What is information?

  • (noun): Knowledge acquired through study or experience or instruction.
    See also — Additional definitions below

Information

Information, in its most restricted technical sense, is a sequence of symbols that can be interpreted as a message. Information can be recorded as signs, or transmitted as signals. Information is any kind of event that affects the state of a dynamic system. Conceptually, information is the message (utterance or expression) being conveyed. The meaning of this concept varies in different contexts. Moreover, the concept of information is closely related to notions of constraint, communication, control, data, form, instruction, knowledge, meaning, understanding, mental stimuli, pattern, perception, representation, and entropy.

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Some articles on information:

Information-transfer Transaction
... In telecommunication, an information-transfer transaction is a coordinated sequence of user and telecommunications system actions that cause information present at a source user to become ... An information-transfer transaction usually consists of three consecutive phases called the access phase, the information transfer phase, and the disengagement phase ...
Section 508 Amendment To The Rehabilitation Act Of 1973
... US Congress amended the Rehabilitation Act to require Federal agencies to make their electronic and information technology accessible to people with disabilities ... Section 508 was enacted to eliminate barriers in information technology, to make available new opportunities for people with disabilities, and to encourage development of ... to all Federal agencies when they develop, procure, maintain, or use electronic and information technology ...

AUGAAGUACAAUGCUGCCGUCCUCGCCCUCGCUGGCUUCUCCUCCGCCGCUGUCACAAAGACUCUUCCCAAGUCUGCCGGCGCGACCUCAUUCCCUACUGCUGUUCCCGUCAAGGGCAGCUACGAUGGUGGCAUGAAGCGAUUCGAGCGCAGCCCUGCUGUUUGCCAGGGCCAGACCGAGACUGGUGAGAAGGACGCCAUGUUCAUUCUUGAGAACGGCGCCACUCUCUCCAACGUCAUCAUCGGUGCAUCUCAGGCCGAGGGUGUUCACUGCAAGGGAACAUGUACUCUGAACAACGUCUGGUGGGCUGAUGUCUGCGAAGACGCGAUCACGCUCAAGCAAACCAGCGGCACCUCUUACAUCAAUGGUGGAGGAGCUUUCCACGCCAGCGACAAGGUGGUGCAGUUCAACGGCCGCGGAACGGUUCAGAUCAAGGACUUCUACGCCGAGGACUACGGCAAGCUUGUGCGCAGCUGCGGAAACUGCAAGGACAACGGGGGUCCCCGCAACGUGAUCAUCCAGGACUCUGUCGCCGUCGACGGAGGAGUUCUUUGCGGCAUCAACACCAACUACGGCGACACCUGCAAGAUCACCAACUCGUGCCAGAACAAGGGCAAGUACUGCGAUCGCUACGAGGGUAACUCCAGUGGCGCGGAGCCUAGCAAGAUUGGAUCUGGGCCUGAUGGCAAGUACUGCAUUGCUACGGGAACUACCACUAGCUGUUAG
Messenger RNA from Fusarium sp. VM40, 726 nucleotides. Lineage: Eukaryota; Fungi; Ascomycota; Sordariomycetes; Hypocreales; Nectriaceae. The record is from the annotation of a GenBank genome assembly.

Point-to-point Protocol - PPP Frame - Structure of A PPP Frame
1 or 2 setting of protocol in data field Information variable (0 or more) datagram Padding variable (0 or more) optional padding The Protocol field indicates the type of payload packet (e.g ... The Information field contains the PPP payload it has a variable length with a negotiated maximum called the Maximum Transmission Unit ... It might be padded on transmission if the information for a particular protocol can be padded, that protocol must allow information to be distinguished from padding ...
Differential Geometry - Applications
... In probability, statistics, and information theory, one can interpret various structures as Riemannian manifolds, which yields the field of information ...
Intranet - Benefits
... Intranets can help users to locate and view information faster and use applications relevant to their roles and responsibilities ... more accurately, and with confidence that they have the right information ... Time Intranets allow organizations to distribute information to employees on an as-needed basis Employees may link to relevant information at their convenience ...

More definitions of "information":

  • (noun): A message received and understood.
    Synonyms: info
  • (noun): (communication theory) a numerical measure of the uncertainty of an outcome.
    Example: "The signal contained thousands of bits of information"
    Synonyms: selective information, entropy
  • (noun): Formal accusation of a crime.
  • (noun): A collection of facts from which conclusions may be drawn.
    Synonyms: data

Famous quotes containing the word information:

    Computers are good at swift, accurate computation and at storing great masses of information. The brain, on the other hand, is not as efficient a number cruncher and its memory is often highly fallible; a basic inexactness is built into its design. The brain’s strong point is its flexibility. It is unsurpassed at making shrewd guesses and at grasping the total meaning of information presented to it.
    Jeremy Campbell (b. 1931)

    I was brought up to believe that the only thing worth doing was to add to the sum of accurate information in the world.
    Margaret Mead (1901–1978)

    Rejecting all organs of information ... but my senses, I rid myself of the Pyrrhonisms with which an indulgence in speculations hyperphysical and antiphysical so uselessly occupy and disquiet the mind.
    Thomas Jefferson (1743–1826)